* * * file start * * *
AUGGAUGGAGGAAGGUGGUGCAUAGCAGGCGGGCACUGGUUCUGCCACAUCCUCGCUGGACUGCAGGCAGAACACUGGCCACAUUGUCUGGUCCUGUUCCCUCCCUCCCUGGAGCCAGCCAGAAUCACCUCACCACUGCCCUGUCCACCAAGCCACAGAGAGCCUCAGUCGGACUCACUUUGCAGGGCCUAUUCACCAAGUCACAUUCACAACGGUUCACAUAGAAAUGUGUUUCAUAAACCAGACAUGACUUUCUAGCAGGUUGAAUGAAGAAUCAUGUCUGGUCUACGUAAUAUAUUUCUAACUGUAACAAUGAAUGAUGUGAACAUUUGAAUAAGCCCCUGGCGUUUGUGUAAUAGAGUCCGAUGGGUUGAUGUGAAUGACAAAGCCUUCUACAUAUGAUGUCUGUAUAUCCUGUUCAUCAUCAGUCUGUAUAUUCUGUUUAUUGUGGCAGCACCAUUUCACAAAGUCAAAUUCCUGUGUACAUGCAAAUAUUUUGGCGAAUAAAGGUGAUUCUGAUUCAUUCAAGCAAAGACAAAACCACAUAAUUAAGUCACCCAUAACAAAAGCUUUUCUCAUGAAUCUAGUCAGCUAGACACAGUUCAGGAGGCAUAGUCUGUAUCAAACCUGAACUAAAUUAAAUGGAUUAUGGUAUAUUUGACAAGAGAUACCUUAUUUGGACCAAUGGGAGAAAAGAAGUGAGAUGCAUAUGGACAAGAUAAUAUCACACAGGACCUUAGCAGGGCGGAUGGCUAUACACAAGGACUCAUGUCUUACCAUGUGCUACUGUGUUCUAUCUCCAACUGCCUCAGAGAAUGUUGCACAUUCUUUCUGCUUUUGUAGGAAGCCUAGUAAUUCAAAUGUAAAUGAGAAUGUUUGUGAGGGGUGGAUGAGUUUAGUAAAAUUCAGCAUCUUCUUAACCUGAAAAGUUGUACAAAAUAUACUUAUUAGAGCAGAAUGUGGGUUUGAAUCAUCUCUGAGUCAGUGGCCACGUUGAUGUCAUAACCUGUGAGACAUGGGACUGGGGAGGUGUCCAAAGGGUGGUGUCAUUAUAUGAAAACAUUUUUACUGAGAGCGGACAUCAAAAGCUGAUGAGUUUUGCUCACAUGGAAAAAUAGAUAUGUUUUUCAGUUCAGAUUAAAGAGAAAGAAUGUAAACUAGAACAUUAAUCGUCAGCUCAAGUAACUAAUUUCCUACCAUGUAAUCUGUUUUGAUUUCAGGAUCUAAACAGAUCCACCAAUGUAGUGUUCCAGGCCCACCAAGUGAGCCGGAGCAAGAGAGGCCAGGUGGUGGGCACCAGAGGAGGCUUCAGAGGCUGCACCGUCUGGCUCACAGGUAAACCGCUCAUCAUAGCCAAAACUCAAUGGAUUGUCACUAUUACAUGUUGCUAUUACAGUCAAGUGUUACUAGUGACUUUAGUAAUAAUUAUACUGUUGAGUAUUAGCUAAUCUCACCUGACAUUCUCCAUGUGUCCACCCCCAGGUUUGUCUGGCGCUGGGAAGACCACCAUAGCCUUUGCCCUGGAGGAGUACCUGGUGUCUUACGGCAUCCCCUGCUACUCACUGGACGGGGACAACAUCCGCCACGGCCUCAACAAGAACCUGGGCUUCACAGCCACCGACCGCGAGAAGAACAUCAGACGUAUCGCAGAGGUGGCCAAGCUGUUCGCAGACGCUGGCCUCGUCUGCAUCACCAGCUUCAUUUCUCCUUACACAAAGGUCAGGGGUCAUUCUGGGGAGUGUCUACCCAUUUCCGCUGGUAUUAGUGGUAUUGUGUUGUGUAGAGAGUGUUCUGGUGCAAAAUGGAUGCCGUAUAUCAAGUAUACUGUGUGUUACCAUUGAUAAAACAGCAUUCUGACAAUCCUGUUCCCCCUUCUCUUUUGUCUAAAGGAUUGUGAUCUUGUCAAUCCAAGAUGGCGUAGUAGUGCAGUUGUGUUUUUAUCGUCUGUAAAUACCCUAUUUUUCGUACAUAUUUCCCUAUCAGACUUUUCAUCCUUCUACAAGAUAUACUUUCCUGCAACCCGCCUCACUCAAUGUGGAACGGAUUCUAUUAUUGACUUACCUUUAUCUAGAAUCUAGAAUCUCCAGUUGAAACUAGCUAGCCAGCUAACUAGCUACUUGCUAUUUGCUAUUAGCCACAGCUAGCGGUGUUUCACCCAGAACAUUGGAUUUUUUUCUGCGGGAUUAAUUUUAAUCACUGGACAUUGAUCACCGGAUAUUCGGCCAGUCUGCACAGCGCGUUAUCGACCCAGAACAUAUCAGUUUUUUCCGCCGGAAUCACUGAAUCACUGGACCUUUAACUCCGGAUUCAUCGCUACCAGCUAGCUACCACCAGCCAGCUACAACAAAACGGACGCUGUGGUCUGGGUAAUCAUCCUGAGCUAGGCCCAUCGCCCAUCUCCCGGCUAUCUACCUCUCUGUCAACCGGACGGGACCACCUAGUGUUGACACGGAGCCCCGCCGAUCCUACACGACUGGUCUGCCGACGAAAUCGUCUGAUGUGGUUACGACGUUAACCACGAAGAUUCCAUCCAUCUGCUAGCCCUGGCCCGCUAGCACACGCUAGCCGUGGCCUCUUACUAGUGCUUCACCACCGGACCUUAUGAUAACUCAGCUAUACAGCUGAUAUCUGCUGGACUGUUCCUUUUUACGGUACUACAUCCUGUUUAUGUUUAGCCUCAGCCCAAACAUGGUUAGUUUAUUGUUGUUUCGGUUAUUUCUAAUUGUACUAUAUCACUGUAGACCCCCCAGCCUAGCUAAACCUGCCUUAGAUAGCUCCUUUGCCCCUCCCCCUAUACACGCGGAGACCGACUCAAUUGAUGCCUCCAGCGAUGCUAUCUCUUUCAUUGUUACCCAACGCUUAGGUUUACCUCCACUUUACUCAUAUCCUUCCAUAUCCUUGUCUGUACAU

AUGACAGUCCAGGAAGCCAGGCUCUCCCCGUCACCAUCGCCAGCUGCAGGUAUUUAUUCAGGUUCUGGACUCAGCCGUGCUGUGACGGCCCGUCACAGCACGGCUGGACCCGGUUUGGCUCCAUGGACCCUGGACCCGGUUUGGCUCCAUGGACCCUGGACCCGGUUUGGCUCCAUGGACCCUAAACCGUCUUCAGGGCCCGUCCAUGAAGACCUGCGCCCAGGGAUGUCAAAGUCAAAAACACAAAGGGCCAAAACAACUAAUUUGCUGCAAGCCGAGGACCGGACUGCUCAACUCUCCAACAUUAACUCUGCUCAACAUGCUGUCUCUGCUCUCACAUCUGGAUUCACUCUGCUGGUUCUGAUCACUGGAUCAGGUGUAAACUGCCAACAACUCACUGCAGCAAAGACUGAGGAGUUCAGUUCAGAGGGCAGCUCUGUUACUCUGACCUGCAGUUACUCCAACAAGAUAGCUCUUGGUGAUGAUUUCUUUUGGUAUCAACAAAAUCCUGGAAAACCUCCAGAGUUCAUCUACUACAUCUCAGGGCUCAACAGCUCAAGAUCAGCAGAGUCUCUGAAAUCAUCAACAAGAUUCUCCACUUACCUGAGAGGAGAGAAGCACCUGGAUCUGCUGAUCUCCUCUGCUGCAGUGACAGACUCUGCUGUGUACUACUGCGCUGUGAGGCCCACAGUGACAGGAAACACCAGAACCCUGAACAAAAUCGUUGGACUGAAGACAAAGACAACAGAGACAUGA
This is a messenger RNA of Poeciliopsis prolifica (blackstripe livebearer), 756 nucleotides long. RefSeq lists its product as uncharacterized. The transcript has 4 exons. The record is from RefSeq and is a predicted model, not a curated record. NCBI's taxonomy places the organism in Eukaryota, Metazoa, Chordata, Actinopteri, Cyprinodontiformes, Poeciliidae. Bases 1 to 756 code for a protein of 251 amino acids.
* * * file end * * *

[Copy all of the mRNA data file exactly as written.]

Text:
AUGGAUGGAGGAAGGUGGUGCAUAGCAGGCGGGCACUGGUUCUGCCACAUCCUCGCUGGACUGCAGGCAGAACACUGGCCACAUUGUCUGGUCCUGUUCCCUCCCUCCCUGGAGCCAGCCAGAAUCACCUCACCACUGCCCUGUCCACCAAGCCACAGAGAGCCUCAGUCGGACUCACUUUGCAGGGCCUAUUCACCAAGUCACAUUCACAACGGUUCACAUAGAAAUGUGUUUCAUAAACCAGACAUGACUUUCUAGCAGGUUGAAUGAAGAAUCAUGUCUGGUCUACGUAAUAUAUUUCUAACUGUAACAAUGAAUGAUGUGAACAUUUGAAUAAGCCCCUGGCGUUUGUGUAAUAGAGUCCGAUGGGUUGAUGUGAAUGACAAAGCCUUCUACAUAUGAUGUCUGUAUAUCCUGUUCAUCAUCAGUCUGUAUAUUCUGUUUAUUGUGGCAGCACCAUUUCACAAAGUCAAAUUCCUGUGUACAUGCAAAUAUUUUGGCGAAUAAAGGUGAUUCUGAUUCAUUCAAGCAAAGACAAAACCACAUAAUUAAGUCACCCAUAACAAAAGCUUUUCUCAUGAAUCUAGUCAGCUAGACACAGUUCAGGAGGCAUAGUCUGUAUCAAACCUGAACUAAAUUAAAUGGAUUAUGGUAUAUUUGACAAGAGAUACCUUAUUUGGACCAAUGGGAGAAAAGAAGUGAGAUGCAUAUGGACAAGAUAAUAUCACACAGGACCUUAGCAGGGCGGAUGGCUAUACACAAGGACUCAUGUCUUACCAUGUGCUACUGUGUUCUAUCUCCAACUGCCUCAGAGAAUGUUGCACAUUCUUUCUGCUUUUGUAGGAAGCCUAGUAAUUCAAAUGUAAAUGAGAAUGUUUGUGAGGGGUGGAUGAGUUUAGUAAAAUUCAGCAUCUUCUUAACCUGAAAAGUUGUACAAAAUAUACUUAUUAGAGCAGAAUGUGGGUUUGAAUCAUCUCUGAGUCAGUGGCCACGUUGAUGUCAUAACCUGUGAGACAUGGGACUGGGGAGGUGUCCAAAGGGUGGUGUCAUUAUAUGAAAACAUUUUUACUGAGAGCGGACAUCAAAAGCUGAUGAGUUUUGCUCACAUGGAAAAAUAGAUAUGUUUUUCAGUUCAGAUUAAAGAGAAAGAAUGUAAACUAGAACAUUAAUCGUCAGCUCAAGUAACUAAUUUCCUACCAUGUAAUCUGUUUUGAUUUCAGGAUCUAAACAGAUCCACCAAUGUAGUGUUCCAGGCCCACCAAGUGAGCCGGAGCAAGAGAGGCCAGGUGGUGGGCACCAGAGGAGGCUUCAGAGGCUGCACCGUCUGGCUCACAGGUAAACCGCUCAUCAUAGCCAAAACUCAAUGGAUUGUCACUAUUACAUGUUGCUAUUACAGUCAAGUGUUACUAGUGACUUUAGUAAUAAUUAUACUGUUGAGUAUUAGCUAAUCUCACCUGACAUUCUCCAUGUGUCCACCCCCAGGUUUGUCUGGCGCUGGGAAGACCACCAUAGCCUUUGCCCUGGAGGAGUACCUGGUGUCUUACGGCAUCCCCUGCUACUCACUGGACGGGGACAACAUCCGCCACGGCCUCAACAAGAACCUGGGCUUCACAGCCACCGACCGCGAGAAGAACAUCAGACGUAUCGCAGAGGUGGCCAAGCUGUUCGCAGACGCUGGCCUCGUCUGCAUCACCAGCUUCAUUUCUCCUUACACAAAGGUCAGGGGUCAUUCUGGGGAGUGUCUACCCAUUUCCGCUGGUAUUAGUGGUAUUGUGUUGUGUAGAGAGUGUUCUGGUGCAAAAUGGAUGCCGUAUAUCAAGUAUACUGUGUGUUACCAUUGAUAAAACAGCAUUCUGACAAUCCUGUUCCCCCUUCUCUUUUGUCUAAAGGAUUGUGAUCUUGUCAAUCCAAGAUGGCGUAGUAGUGCAGUUGUGUUUUUAUCGUCUGUAAAUACCCUAUUUUUCGUACAUAUUUCCCUAUCAGACUUUUCAUCCUUCUACAAGAUAUACUUUCCUGCAACCCGCCUCACUCAAUGUGGAACGGAUUCUAUUAUUGACUUACCUUUAUCUAGAAUCUAGAAUCUCCAGUUGAAACUAGCUAGCCAGCUAACUAGCUACUUGCUAUUUGCUAUUAGCCACAGCUAGCGGUGUUUCACCCAGAACAUUGGAUUUUUUUCUGCGGGAUUAAUUUUAAUCACUGGACAUUGAUCACCGGAUAUUCGGCCAGUCUGCACAGCGCGUUAUCGACCCAGAACAUAUCAGUUUUUUCCGCCGGAAUCACUGAAUCACUGGACCUUUAACUCCGGAUUCAUCGCUACCAGCUAGCUACCACCAGCCAGCUACAACAAAACGGACGCUGUGGUCUGGGUAAUCAUCCUGAGCUAGGCCCAUCGCCCAUCUCCCGGCUAUCUACCUCUCUGUCAACCGGACGGGACCACCUAGUGUUGACACGGAGCCCCGCCGAUCCUACACGACUGGUCUGCCGACGAAAUCGUCUGAUGUGGUUACGACGUUAACCACGAAGAUUCCAUCCAUCUGCUAGCCCUGGCCCGCUAGCACACGCUAGCCGUGGCCUCUUACUAGUGCUUCACCACCGGACCUUAUGAUAACUCAGCUAUACAGCUGAUAUCUGCUGGACUGUUCCUUUUUACGGUACUACAUCCUGUUUAUGUUUAGCCUCAGCCCAAACAUGGUUAGUUUAUUGUUGUUUCGGUUAUUUCUAAUUGUACUAUAUCACUGUAGACCCCCCAGCCUAGCUAAACCUGCCUUAGAUAGCUCCUUUGCCCCUCCCCCUAUACACGCGGAGACCGACUCAAUUGAUGCCUCCAGCGAUGCUAUCUCUUUCAUUGUUACCCAACGCUUAGGUUUACCUCCACUUUACUCAUAUCCUUCCAUAUCCUUGUCUGUACAU

AUGACAGUCCAGGAAGCCAGGCUCUCCCCGUCACCAUCGCCAGCUGCAGGUAUUUAUUCAGGUUCUGGACUCAGCCGUGCUGUGACGGCCCGUCACAGCACGGCUGGACCCGGUUUGGCUCCAUGGACCCUGGACCCGGUUUGGCUCCAUGGACCCUGGACCCGGUUUGGCUCCAUGGACCCUAAACCGUCUUCAGGGCCCGUCCAUGAAGACCUGCGCCCAGGGAUGUCAAAGUCAAAAACACAAAGGGCCAAAACAACUAAUUUGCUGCAAGCCGAGGACCGGACUGCUCAACUCUCCAACAUUAACUCUGCUCAACAUGCUGUCUCUGCUCUCACAUCUGGAUUCACUCUGCUGGUUCUGAUCACUGGAUCAGGUGUAAACUGCCAACAACUCACUGCAGCAAAGACUGAGGAGUUCAGUUCAGAGGGCAGCUCUGUUACUCUGACCUGCAGUUACUCCAACAAGAUAGCUCUUGGUGAUGAUUUCUUUUGGUAUCAACAAAAUCCUGGAAAACCUCCAGAGUUCAUCUACUACAUCUCAGGGCUCAACAGCUCAAGAUCAGCAGAGUCUCUGAAAUCAUCAACAAGAUUCUCCACUUACCUGAGAGGAGAGAAGCACCUGGAUCUGCUGAUCUCCUCUGCUGCAGUGACAGACUCUGCUGUGUACUACUGCGCUGUGAGGCCCACAGUGACAGGAAACACCAGAACCCUGAACAAAAUCGUUGGACUGAAGACAAAGACAACAGAGACAUGA
This is a messenger RNA of Poeciliopsis prolifica (blackstripe livebearer), 756 nucleotides long. RefSeq lists its product as uncharacterized. The transcript has 4 exons. The record is from RefSeq and is a predicted model, not a curated record. NCBI's taxonomy places the organism in Eukaryota, Metazoa, Chordata, Actinopteri, Cyprinodontiformes, Poeciliidae. Bases 1 to 756 code for a protein of 251 amino acids.